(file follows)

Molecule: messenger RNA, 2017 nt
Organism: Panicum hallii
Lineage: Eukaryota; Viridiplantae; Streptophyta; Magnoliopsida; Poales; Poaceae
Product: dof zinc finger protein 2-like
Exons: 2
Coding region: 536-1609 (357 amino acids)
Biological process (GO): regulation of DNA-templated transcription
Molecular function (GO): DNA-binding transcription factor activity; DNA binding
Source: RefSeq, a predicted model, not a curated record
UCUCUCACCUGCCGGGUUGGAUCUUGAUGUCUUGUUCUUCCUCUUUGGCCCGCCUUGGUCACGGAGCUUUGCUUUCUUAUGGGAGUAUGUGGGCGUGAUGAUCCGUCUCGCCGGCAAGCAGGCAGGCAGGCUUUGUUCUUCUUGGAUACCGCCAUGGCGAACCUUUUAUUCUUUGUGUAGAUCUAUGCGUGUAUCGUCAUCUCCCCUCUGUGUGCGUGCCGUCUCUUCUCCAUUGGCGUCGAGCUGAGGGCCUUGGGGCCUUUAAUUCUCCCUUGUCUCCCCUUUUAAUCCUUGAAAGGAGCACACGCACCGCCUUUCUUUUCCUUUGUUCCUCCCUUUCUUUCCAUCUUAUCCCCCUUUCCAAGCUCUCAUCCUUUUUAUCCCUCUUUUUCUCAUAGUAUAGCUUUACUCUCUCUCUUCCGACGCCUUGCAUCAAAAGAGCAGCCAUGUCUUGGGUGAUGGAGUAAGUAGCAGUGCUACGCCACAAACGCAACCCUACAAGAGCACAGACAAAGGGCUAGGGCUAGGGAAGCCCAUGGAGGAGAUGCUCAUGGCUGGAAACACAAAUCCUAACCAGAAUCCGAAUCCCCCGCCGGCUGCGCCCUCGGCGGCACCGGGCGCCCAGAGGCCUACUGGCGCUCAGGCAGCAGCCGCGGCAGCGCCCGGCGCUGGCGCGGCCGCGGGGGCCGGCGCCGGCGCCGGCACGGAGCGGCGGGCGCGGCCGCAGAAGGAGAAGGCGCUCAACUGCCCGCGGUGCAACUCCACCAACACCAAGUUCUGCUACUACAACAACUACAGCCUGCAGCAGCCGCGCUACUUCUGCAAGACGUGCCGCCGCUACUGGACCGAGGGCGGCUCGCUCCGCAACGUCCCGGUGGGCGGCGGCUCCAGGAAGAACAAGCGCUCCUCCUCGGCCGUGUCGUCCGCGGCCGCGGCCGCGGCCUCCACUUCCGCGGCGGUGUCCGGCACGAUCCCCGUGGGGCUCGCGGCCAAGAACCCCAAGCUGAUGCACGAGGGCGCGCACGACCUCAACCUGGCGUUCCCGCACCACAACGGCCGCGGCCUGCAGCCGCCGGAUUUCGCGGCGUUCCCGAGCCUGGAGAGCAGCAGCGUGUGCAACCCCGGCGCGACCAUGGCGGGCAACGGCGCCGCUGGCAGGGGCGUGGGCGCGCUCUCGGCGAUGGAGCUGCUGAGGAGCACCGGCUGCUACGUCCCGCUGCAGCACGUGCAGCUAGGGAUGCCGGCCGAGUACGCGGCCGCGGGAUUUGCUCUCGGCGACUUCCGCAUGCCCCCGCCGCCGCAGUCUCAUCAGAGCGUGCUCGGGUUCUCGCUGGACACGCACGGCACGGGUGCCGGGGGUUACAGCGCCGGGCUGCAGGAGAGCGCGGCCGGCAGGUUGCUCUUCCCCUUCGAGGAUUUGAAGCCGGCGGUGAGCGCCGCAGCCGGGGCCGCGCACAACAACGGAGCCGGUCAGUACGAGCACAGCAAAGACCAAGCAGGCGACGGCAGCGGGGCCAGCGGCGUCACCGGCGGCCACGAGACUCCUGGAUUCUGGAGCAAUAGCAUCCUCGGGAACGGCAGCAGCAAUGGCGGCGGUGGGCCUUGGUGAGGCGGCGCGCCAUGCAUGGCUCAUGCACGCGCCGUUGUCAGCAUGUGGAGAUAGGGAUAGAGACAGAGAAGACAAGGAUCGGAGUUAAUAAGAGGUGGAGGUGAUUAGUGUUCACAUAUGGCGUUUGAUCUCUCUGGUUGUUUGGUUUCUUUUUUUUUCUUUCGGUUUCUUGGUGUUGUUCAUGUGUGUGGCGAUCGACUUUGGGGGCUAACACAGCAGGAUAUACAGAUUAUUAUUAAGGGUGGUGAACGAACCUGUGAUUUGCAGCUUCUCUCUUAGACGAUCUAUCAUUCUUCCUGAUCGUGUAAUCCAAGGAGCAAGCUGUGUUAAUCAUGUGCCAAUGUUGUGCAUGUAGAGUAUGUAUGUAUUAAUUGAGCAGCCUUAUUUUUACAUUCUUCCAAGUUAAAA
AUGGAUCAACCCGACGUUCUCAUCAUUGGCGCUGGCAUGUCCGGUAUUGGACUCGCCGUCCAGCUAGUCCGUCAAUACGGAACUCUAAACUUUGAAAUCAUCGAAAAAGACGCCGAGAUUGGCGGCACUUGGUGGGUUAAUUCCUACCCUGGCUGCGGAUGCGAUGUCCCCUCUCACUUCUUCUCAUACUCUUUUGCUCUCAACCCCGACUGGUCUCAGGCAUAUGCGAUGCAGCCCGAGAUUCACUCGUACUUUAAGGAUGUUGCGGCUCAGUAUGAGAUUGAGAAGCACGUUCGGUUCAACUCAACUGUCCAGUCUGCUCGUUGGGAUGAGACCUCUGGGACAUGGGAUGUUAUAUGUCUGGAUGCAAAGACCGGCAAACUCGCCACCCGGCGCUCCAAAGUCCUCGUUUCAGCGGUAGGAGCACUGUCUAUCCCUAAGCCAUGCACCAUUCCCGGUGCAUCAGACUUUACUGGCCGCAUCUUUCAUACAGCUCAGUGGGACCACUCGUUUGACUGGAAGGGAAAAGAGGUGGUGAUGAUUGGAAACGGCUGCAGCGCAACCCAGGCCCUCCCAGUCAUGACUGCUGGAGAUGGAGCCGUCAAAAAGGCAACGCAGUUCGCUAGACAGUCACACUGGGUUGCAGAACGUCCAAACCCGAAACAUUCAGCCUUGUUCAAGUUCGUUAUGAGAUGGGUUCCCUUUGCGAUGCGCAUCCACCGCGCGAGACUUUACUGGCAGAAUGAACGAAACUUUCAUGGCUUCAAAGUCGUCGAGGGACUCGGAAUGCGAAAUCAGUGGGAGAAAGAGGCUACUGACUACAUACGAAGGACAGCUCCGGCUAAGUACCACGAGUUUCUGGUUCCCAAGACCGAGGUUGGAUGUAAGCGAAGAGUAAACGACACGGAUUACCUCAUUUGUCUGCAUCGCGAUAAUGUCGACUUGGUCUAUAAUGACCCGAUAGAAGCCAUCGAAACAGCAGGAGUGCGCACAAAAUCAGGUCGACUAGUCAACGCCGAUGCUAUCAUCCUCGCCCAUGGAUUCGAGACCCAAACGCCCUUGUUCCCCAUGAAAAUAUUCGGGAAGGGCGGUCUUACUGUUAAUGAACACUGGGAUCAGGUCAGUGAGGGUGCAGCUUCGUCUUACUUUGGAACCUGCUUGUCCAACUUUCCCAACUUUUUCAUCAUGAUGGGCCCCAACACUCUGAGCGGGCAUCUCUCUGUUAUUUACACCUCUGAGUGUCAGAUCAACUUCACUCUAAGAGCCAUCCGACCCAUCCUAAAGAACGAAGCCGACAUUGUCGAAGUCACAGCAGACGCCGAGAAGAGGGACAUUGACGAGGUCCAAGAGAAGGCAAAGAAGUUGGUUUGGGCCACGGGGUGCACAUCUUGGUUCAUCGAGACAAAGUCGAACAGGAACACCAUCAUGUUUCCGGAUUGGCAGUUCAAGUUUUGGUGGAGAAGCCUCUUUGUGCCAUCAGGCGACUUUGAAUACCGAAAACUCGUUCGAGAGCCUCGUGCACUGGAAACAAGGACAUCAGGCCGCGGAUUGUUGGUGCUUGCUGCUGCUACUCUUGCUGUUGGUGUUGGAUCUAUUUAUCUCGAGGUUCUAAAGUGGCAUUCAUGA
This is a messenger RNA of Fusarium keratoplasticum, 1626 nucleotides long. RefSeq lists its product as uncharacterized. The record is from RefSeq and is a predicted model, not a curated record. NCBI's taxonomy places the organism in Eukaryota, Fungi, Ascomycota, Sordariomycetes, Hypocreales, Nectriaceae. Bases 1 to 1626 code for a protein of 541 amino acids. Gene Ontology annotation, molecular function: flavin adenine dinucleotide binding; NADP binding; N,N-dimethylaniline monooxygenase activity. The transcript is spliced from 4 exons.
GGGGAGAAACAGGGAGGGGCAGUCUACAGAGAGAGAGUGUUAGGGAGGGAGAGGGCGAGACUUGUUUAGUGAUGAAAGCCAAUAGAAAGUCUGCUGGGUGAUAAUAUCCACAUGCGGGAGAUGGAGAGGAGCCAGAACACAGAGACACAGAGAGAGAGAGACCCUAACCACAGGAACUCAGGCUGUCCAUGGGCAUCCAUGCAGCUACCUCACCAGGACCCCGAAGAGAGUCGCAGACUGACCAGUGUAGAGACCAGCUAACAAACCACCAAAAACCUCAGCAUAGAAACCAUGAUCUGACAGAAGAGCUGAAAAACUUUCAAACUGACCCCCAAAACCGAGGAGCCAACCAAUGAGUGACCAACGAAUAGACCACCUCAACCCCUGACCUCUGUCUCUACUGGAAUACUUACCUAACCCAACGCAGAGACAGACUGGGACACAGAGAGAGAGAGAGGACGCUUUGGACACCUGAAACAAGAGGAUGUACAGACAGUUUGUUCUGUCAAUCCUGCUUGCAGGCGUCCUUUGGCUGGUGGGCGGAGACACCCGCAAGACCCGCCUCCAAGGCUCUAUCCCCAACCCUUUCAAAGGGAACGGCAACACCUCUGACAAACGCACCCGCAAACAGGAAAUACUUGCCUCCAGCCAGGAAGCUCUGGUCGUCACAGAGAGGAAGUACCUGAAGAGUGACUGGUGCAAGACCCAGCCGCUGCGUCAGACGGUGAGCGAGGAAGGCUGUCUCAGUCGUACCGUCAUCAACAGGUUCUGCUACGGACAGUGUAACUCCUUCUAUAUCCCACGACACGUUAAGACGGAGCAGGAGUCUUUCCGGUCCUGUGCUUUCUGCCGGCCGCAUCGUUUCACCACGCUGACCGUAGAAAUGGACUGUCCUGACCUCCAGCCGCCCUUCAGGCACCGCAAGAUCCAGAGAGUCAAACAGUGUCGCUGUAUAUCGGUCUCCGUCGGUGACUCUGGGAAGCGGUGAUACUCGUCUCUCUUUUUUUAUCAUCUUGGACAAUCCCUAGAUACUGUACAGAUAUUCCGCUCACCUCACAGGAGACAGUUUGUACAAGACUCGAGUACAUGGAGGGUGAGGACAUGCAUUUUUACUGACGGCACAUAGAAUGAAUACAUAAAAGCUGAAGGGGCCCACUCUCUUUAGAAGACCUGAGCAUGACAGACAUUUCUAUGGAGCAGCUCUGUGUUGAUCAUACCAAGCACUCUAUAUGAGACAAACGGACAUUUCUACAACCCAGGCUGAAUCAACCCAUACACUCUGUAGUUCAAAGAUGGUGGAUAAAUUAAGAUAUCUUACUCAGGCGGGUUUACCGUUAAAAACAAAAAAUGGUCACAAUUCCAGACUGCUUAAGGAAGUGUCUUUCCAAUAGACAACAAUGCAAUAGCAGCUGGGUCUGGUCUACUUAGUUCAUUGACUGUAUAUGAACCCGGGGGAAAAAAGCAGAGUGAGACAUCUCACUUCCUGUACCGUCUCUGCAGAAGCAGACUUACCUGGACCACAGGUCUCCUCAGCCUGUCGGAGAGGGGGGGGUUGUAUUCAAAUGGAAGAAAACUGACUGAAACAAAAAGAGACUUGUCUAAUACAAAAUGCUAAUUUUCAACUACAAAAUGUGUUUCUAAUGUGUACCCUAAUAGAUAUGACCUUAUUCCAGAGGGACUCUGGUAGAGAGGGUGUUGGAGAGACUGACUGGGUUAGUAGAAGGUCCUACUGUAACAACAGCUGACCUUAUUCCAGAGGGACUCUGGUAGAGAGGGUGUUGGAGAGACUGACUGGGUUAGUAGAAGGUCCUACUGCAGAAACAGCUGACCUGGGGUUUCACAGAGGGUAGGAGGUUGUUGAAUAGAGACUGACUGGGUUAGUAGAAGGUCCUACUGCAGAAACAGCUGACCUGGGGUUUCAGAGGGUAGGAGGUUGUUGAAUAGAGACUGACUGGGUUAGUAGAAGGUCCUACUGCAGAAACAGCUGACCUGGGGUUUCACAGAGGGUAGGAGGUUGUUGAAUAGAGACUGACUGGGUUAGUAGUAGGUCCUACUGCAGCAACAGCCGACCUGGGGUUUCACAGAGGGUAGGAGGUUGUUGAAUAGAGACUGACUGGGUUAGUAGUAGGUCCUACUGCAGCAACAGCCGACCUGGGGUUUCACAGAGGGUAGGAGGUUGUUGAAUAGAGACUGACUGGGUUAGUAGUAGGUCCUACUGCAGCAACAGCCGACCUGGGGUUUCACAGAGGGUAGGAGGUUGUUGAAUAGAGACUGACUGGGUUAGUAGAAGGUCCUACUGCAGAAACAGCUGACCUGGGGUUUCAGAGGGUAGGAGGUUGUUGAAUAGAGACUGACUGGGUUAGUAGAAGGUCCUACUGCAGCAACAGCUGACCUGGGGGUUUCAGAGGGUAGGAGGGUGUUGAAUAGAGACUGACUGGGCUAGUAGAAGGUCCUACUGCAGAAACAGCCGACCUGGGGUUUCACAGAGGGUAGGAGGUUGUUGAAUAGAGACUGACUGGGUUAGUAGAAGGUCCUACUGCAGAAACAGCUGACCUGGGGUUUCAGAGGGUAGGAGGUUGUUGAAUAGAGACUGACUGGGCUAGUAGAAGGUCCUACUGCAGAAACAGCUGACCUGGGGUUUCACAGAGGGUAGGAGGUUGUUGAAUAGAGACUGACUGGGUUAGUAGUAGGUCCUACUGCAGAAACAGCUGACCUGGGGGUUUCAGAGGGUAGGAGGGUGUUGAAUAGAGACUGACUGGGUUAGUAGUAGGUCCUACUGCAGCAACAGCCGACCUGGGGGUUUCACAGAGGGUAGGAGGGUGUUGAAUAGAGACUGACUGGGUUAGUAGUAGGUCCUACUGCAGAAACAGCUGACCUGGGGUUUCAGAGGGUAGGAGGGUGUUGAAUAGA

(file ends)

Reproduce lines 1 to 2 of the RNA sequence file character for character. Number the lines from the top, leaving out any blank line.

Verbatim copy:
Molecule: messenger RNA, 2017 nt
Organism: Panicum hallii